A Smith says:
Thanks for the feedback. I will make the most of the 18-55 lens for the time being and then look into more versatile lenses when I get the hang of the 600D and what it can do.

Great help! Cheers.

In reply to an earlier post on 17 Apr 2012 09:07:05 BDT
I think that is sensible but make sure you have anti shake in the lens. Lenses with a big range (18-250, say) often have quite a bit of distortion at the extremes and the apertures are usually f6.9 at the long end. Also thay are a bit slow to use due to the triple extension. Anti shake is essential, in my opinion, with any longish lens. Remember the minimum speed you can get away with hand held (with care) is the reciprocal of the focal length, without anti shake on.
I do most of my photography with a 17-50mm f2.8 lens despite having several lenses to choose from. When you have used the camera for a while you will get to know what things you feel you can't take due to the restrictions of your kit. Then you can think about extra lenses - but remember you have to lug them about and they aren't that small.
Another good book is Understanding Exposure by Petersen.

In reply to an earlier post on 21 May 2012 15:30:26 BDT
I had a similar problem when buying my Nikon, there are two 'kit' lenses, the 18-55mm and the 18-105mm.

At the time I bought the 18-105 and loved it, it lives on the camera most of the time. Used around f8 and using RAW files, with Adobe CS5 (ACR) mostly, the landscapes are amazing (on my D5100 which is 16.something megapixels).

Not sure why the Canon 18-135 is so expensive, do they make the equal of my Nikon?

Anyway, the focal lengths are very useful for walking around shooting, and you are going to kick yourself if you plump for the 18-55, so don't come in here in six months moaning about it, or I will get my 'I told you so' hat on!

Enjoy the new camera, hope you can fund that longer reach lens, in the long term you'll be happier.

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Posted on 15 Dec 2012 03:12:15 GMT
Steve B says:

When it comes to choosing lenses I think that you should make a list of what things you want to take pictures of. For instance, when I went to Bath and wanted to take pictures of Bath Abbey I needed an ultra-wide angle lens, for which I used a Canon EF-S 10-22mm zoom on the APS-C body that I was using at the time. When I was using my Canon 20D camera I favoured the Sigma 17-70mm lens for general use because it was fairly fast and had very little distortion. I bought another zoom lens to cover greater ranges and have since bought other lenses and bodies, including a Sigma 150-500mm lens that I use with my Canon 7D at airshows.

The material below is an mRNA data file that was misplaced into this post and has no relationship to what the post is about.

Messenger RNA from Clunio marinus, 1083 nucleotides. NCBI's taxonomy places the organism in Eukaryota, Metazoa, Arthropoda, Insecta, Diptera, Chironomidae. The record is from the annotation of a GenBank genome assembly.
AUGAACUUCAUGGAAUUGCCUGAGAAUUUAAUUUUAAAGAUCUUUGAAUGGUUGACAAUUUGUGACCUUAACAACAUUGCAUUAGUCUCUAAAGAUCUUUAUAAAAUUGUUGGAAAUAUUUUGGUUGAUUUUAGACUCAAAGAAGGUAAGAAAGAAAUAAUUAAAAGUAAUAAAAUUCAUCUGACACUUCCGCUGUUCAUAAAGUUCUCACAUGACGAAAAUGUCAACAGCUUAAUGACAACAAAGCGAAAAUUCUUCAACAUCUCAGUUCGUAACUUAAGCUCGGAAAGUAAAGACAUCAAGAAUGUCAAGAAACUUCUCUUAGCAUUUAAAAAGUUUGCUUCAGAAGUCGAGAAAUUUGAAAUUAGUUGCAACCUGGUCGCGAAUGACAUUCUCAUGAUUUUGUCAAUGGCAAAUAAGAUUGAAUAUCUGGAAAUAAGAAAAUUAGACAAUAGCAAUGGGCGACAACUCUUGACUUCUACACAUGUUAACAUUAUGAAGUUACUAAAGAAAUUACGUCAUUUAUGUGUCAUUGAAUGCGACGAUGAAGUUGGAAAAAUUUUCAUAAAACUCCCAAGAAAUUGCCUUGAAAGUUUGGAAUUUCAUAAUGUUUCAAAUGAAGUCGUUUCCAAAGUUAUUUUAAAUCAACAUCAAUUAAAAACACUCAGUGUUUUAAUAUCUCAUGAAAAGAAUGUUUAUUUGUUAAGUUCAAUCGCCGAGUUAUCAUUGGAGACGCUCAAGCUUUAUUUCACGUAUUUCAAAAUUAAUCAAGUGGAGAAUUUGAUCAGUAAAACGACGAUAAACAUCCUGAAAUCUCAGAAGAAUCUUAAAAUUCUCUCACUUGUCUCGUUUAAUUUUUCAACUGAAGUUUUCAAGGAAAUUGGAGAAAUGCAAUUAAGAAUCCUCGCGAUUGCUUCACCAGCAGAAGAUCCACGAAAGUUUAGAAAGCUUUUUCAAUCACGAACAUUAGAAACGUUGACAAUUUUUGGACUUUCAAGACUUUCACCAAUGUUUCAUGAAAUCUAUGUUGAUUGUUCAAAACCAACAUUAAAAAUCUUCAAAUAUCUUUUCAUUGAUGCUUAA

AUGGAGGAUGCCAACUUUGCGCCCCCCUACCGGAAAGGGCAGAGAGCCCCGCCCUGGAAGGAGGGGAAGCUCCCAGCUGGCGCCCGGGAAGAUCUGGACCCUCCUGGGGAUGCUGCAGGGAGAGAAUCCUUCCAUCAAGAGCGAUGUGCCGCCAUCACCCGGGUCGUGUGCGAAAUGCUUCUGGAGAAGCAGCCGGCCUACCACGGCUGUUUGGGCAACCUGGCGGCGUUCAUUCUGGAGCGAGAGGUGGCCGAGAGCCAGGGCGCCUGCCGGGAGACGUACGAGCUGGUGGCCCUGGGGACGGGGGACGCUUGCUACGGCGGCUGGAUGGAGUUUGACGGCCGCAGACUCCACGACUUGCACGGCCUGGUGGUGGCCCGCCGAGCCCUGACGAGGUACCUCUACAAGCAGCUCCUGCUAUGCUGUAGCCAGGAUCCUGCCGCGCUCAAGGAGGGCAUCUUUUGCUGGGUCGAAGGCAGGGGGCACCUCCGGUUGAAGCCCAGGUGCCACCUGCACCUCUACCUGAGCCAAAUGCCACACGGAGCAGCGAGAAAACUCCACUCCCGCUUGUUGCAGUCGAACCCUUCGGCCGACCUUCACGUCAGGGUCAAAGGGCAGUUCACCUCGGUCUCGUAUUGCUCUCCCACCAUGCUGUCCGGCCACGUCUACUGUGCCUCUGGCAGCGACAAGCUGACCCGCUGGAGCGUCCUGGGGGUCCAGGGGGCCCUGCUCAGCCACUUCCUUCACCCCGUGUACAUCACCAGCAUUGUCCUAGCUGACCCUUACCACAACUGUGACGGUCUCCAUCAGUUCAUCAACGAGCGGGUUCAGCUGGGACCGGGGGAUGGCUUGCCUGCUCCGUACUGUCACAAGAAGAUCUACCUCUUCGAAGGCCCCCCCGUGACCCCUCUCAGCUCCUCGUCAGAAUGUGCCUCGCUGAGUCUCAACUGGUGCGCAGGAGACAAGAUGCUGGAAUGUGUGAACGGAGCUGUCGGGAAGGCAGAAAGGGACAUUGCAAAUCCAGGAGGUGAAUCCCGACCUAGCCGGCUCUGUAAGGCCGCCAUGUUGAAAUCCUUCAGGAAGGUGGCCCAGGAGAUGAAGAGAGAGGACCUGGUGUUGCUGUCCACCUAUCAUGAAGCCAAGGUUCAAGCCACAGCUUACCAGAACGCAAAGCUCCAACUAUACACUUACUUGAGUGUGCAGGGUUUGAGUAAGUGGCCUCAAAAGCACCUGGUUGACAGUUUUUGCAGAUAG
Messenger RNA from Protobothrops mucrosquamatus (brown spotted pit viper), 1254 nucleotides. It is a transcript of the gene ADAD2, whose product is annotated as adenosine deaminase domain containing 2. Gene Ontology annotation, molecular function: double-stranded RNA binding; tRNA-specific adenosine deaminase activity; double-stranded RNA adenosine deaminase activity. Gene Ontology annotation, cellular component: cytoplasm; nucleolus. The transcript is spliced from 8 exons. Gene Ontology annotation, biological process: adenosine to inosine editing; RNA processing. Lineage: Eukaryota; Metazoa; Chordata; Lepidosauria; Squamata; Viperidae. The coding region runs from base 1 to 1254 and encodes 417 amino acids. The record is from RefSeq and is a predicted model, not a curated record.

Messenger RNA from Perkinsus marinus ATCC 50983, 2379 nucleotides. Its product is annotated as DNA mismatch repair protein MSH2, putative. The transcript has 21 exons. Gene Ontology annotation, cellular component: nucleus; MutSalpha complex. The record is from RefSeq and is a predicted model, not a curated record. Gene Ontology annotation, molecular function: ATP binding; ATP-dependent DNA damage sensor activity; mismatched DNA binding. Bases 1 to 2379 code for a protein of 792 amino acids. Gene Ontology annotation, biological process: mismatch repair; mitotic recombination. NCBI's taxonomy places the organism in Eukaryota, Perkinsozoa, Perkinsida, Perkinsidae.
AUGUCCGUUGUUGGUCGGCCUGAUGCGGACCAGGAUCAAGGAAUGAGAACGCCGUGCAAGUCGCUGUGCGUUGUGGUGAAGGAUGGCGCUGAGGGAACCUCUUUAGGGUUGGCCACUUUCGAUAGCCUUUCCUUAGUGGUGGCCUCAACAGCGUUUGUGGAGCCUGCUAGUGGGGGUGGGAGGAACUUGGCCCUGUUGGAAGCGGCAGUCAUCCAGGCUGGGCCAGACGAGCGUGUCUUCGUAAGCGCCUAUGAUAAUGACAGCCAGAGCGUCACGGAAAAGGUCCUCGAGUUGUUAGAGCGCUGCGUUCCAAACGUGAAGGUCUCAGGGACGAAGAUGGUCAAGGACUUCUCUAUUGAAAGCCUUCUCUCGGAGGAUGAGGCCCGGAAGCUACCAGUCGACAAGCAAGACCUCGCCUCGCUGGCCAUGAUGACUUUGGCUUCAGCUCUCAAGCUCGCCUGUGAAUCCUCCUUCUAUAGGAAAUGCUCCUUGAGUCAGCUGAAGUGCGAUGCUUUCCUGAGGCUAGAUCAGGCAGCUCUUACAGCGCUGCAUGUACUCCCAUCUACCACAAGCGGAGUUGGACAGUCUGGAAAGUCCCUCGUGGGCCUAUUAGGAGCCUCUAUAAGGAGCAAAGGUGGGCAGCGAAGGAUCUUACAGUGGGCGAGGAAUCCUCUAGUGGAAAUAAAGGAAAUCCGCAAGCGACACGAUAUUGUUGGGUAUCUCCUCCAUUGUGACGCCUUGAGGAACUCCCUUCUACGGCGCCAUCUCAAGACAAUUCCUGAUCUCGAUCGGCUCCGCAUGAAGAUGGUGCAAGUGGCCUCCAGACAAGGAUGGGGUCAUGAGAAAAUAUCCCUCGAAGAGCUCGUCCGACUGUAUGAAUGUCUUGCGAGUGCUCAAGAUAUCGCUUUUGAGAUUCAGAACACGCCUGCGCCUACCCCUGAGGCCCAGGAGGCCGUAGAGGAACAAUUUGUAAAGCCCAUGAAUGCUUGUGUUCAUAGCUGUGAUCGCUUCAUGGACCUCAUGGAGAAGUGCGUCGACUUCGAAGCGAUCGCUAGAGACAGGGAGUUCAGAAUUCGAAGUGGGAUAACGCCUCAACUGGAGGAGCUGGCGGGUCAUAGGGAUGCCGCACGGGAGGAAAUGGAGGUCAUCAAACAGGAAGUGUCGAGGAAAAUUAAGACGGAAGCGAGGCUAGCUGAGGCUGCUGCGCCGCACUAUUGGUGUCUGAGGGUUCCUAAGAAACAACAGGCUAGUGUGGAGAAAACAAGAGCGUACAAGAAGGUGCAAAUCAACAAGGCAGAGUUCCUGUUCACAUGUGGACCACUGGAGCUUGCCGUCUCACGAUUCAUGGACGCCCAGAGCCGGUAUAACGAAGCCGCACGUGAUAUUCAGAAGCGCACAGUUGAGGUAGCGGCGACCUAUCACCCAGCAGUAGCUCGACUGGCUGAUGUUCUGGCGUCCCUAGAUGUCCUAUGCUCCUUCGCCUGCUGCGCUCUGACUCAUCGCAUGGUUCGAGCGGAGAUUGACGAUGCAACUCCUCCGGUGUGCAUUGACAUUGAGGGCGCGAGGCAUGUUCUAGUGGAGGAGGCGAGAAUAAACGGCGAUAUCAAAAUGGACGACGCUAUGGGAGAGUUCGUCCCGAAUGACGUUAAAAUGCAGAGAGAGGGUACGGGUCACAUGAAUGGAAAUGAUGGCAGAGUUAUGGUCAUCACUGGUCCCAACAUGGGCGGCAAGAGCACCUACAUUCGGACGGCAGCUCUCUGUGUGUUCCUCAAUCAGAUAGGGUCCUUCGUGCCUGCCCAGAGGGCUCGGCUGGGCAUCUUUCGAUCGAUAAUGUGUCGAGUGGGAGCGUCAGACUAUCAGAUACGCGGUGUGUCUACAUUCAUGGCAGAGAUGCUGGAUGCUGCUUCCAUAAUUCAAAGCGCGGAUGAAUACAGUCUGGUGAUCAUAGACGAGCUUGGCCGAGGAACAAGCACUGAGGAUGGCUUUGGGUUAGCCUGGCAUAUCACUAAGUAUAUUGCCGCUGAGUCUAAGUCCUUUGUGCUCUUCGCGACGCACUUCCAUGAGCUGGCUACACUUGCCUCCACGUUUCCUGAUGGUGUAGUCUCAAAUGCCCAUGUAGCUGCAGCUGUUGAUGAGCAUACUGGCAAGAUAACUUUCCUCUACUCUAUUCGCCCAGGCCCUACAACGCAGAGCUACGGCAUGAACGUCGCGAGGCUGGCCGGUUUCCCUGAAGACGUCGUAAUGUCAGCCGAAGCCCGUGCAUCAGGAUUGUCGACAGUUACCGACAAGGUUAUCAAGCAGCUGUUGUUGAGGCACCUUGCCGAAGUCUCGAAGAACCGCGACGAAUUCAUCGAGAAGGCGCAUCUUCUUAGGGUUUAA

As Dr G indicated the greater the focal range of a lens will increase the likelihood of barrel and pincushion distortion at the short and long ends of its ranges and, unless you are paying a lot of money for the lens it is likely to have a small aperture at its longest length which may make it harder to focus.

I mainly use full frame bodies for portrait photography now and if you want to throw the background out of focus for portrait photography you may not be able to do it with a cheap zoom lens because it is not fast enough.

I do not think you should put yourself off of eventually buying a number of lenses because like me you can pick the lenses that you are likely to use on a long trip and have some in a camera bag and carry the others in suitcase of general luggage until you want to use them.

For reviews on the Canon lenses that you might be thinking of purchasing have a look at

Steve B
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Discussion in:  camera discussion forum
Participants:  7
Total posts:  12
Initial post:  12 Apr 2012
Latest post:  15 Dec 2012